ECB is not been ‘satisfied’ with consistent inflation ‘misses’ over a decade and its policy credibility is also now at stake. The ECB was never able to stimulate the economy even by its perpetual ultra-accommodative monetary policy due to lack of adequate fiscal stimulus. Thus ECB miserably ‘failed’ to achieve its inflation target and was never able to hike (normalize) after the 2008 GFC due to the fiscal austerity policy of many EU member states and lack of common fiscal authority.

Now ECB is urging EU member states to take necessary steps for implementation of the common EU Next Generation fiscal/infra stimulus (NGU) immediately, while various EU member states are still divided on the same. This lack of common fiscal authority despite a common currency (EUR) and common monetary authority (ECB) may be the main reason behind EU inequality and fragmentation.

The ECB’s current policy of back-door YCC through targeted PEPP (bond-buying) may also accelerate the ‘Japanification’ of the Eurozone economy, making EUR like Japanese Yen- more like funding rather than growth currency. Like Fed, the ECB is also ensuring EU borrowing costs at ultra-low levels to fund NGU; and for that ECB may not taper PEPP even in Mar’22 and replace it with another QE.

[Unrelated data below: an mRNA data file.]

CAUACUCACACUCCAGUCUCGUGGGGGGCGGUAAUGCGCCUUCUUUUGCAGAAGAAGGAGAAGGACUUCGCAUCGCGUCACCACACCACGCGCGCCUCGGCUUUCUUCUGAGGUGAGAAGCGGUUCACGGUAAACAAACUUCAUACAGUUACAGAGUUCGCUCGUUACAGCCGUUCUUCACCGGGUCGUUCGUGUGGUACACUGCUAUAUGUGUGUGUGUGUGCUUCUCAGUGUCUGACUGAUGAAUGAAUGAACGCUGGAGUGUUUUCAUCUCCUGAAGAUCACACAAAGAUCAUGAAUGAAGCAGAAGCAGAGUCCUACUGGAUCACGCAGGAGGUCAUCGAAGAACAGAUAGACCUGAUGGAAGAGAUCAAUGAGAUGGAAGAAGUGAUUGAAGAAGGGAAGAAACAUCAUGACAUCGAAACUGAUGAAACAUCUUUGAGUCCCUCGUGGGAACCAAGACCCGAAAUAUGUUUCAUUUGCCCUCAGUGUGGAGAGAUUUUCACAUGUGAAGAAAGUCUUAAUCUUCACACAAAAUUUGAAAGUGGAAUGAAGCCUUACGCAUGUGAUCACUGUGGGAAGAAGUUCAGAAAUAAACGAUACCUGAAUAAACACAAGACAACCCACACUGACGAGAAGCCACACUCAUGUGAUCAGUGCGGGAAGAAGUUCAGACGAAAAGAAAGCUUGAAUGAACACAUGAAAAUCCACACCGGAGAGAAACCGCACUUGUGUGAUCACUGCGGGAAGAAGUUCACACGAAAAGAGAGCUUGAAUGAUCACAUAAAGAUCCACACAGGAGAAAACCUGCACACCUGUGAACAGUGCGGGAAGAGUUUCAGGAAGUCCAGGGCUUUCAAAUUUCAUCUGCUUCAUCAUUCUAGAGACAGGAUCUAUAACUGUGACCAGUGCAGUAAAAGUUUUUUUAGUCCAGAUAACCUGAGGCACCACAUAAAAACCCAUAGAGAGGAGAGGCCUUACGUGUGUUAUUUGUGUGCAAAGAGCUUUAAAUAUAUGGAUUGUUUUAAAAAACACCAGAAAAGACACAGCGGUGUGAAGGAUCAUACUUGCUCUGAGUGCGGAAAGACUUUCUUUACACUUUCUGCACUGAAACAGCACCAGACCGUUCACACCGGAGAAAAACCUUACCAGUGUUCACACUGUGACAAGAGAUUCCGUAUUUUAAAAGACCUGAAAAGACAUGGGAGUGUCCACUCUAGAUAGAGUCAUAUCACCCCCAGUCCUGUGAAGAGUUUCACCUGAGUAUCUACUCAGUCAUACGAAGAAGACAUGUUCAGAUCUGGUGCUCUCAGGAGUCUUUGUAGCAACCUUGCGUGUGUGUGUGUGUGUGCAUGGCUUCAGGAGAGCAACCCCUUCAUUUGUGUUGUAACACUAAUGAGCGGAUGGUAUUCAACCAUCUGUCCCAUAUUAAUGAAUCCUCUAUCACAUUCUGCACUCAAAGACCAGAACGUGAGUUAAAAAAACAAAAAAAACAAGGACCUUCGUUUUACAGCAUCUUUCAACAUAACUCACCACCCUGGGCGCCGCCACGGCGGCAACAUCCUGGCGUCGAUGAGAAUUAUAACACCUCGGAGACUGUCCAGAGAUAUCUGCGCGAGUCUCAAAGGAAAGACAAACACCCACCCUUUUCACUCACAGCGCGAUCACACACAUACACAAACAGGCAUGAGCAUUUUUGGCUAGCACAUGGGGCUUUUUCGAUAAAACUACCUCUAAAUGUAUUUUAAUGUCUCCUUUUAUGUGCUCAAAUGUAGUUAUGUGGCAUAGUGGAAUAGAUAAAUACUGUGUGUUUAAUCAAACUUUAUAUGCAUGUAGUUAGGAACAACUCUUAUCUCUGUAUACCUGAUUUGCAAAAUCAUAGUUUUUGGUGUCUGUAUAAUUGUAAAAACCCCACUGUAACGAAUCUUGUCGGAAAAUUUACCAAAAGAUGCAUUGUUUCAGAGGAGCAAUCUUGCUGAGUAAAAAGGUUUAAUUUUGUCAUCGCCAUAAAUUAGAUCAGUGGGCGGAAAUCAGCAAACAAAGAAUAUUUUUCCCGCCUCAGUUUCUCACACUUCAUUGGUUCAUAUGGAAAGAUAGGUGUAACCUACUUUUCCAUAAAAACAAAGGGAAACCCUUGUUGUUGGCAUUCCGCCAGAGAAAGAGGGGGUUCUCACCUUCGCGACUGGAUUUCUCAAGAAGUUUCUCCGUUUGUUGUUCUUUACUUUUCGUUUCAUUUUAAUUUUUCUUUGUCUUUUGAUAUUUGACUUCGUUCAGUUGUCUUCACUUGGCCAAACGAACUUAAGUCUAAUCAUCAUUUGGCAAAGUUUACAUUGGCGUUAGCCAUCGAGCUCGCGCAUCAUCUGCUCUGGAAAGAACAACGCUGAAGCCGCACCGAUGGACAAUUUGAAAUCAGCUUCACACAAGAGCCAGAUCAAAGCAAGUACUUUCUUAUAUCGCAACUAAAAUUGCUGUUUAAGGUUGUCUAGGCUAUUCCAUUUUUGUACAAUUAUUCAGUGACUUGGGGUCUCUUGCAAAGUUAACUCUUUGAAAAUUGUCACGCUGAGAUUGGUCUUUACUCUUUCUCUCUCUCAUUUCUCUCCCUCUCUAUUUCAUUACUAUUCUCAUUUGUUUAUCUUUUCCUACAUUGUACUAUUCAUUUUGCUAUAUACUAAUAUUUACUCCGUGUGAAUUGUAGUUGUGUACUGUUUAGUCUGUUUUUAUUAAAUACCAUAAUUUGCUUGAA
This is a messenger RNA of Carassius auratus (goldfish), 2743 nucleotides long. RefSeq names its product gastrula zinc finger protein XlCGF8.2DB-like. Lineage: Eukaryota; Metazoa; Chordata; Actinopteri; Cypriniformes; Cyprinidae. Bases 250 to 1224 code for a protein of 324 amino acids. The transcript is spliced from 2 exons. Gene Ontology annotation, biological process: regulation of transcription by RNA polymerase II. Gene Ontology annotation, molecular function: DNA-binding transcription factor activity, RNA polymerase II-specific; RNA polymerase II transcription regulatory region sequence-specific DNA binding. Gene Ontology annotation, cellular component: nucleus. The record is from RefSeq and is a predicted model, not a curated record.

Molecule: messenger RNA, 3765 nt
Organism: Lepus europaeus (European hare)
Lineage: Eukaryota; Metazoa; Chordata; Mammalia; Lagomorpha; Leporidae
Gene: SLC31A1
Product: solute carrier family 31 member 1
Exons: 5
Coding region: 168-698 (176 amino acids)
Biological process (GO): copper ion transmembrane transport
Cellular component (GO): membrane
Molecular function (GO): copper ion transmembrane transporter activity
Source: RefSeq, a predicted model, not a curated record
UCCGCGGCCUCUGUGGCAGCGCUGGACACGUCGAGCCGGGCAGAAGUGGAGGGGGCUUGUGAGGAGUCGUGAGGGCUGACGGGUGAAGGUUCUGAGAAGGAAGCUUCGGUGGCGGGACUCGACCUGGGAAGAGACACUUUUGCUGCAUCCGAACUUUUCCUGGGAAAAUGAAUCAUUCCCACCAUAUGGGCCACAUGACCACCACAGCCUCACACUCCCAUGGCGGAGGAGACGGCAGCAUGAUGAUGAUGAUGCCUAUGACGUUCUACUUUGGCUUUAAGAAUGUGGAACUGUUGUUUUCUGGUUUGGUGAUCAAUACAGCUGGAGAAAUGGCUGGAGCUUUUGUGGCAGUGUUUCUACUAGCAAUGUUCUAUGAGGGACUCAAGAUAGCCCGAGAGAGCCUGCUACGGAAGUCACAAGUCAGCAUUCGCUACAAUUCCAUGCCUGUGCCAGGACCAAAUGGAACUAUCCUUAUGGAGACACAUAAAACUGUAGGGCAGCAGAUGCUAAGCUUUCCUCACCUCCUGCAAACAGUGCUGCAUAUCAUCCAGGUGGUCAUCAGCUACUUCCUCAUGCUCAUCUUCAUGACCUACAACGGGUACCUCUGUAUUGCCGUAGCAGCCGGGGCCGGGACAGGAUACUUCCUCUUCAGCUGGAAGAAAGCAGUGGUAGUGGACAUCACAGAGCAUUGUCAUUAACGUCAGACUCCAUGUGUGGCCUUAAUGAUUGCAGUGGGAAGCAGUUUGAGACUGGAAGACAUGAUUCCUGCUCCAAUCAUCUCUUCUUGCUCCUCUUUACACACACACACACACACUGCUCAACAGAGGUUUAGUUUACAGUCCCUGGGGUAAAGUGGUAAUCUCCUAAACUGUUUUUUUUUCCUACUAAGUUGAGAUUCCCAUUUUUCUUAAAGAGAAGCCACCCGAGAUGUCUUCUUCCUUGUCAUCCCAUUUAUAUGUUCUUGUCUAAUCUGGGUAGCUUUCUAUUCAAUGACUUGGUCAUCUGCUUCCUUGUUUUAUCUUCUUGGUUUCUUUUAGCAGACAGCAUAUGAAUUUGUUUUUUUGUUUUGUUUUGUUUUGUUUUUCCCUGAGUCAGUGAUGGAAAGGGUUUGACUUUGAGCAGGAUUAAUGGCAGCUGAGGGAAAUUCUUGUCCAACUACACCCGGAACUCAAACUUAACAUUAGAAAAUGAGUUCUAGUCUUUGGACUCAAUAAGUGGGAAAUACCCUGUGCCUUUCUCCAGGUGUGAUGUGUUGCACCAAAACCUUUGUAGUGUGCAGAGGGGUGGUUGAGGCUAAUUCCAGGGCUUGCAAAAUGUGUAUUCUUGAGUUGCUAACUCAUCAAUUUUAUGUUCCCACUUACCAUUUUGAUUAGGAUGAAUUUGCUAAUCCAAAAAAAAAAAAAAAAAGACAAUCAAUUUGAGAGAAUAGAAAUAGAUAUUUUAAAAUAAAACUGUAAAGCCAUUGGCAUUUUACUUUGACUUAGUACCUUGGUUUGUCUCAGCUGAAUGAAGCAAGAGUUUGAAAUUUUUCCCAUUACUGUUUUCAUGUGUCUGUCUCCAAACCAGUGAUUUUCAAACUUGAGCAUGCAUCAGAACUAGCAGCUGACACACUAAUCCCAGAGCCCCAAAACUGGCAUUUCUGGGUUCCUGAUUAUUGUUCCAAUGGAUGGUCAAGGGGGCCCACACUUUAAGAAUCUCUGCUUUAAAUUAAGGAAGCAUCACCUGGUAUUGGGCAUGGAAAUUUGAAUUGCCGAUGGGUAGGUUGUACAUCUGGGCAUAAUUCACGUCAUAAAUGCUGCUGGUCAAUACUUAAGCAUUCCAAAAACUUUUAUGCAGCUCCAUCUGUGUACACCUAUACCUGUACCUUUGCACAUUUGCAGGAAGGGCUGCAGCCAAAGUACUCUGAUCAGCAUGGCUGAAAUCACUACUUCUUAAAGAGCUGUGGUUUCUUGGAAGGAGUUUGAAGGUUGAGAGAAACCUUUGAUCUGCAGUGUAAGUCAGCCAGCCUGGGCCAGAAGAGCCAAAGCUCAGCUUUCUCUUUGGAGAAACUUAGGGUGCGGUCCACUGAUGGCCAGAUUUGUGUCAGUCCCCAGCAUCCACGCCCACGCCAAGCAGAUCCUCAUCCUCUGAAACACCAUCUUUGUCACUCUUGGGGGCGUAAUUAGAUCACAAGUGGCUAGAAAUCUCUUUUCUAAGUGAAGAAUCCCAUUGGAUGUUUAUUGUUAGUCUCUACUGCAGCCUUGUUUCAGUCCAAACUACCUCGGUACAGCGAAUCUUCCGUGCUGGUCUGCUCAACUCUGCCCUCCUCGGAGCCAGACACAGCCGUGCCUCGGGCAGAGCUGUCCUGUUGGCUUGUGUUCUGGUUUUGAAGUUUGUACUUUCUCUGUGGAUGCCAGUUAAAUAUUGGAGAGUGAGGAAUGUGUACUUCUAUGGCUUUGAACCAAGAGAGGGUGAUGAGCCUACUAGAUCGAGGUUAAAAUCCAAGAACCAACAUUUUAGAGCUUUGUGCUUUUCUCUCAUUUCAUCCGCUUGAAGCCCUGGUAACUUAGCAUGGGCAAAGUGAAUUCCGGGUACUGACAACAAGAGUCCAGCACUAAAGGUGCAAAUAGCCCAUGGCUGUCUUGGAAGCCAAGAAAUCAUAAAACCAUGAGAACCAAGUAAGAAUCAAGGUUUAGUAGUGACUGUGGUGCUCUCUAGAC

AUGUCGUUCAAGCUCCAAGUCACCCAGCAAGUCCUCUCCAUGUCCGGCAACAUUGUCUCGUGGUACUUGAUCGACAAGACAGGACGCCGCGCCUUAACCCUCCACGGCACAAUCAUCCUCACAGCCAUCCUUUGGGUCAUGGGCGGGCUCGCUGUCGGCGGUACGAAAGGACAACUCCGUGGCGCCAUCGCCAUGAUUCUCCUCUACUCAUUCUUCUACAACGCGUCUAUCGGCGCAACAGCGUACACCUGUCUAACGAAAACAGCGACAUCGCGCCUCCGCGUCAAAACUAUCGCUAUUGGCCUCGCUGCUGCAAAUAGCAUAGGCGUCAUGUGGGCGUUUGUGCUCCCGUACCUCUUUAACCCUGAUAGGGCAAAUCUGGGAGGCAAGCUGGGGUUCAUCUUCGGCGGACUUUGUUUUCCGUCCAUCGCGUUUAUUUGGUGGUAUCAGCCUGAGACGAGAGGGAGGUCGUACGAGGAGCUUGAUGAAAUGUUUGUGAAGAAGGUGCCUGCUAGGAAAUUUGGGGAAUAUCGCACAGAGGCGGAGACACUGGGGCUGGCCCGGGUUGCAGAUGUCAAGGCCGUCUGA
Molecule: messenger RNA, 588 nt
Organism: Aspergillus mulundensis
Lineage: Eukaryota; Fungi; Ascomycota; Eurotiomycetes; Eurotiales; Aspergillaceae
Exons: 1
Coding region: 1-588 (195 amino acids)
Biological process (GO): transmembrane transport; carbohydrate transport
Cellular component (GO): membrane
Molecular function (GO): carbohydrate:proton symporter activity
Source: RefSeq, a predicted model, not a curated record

After the 2008 GFC, ECB was several years behind Fed in QE tapering and this time, it may be the same. The ECB has practically no weapon left except targeted PEPP (backdoor YCC) and ‘powerful’ forward guidance (jawboning) in keeping EU bund yields lower, especially on the peripheral areas; ECB was at almost ZIRP since 2008 GFC and can’t cut lending (repo) rates below zero. The policy divergence between ECB and Fed/BOE is making EUR lower, but as an export-heavy economy, the EU also needs weaker currency, irrespective of ECB and inflation narrative. Looking ahead, ECB may be more comfortable to keep EURUSD around between 1.20-1.10 rather than 1.20-1.30.

Bottom line:

Thus officially, as Eurozone inflation is running consistently far below the +2.0% target, ECB never tried to hike rates after the 2008-10 GFC and 2013 debt crisis. Going forward, ECB may also be never able to hike rates (normalization) but may go for QE tapering from Dec’22 or Mar’23 after Fed completes its QE tapering by Sep’22 and goes for liftoff from Dec’22 (as expected).

Technical outlook: EURUSD (LTP: 1.18400)

Technically, whatever may be the narrative, EURUSD now has to sustain over 1.9200-1.19800/1.20000 for a fresh rally towards 1.20600-1.22700/1.23000; otherwise may correct again towards 1.17000/1.16600-1.16000-1.13900.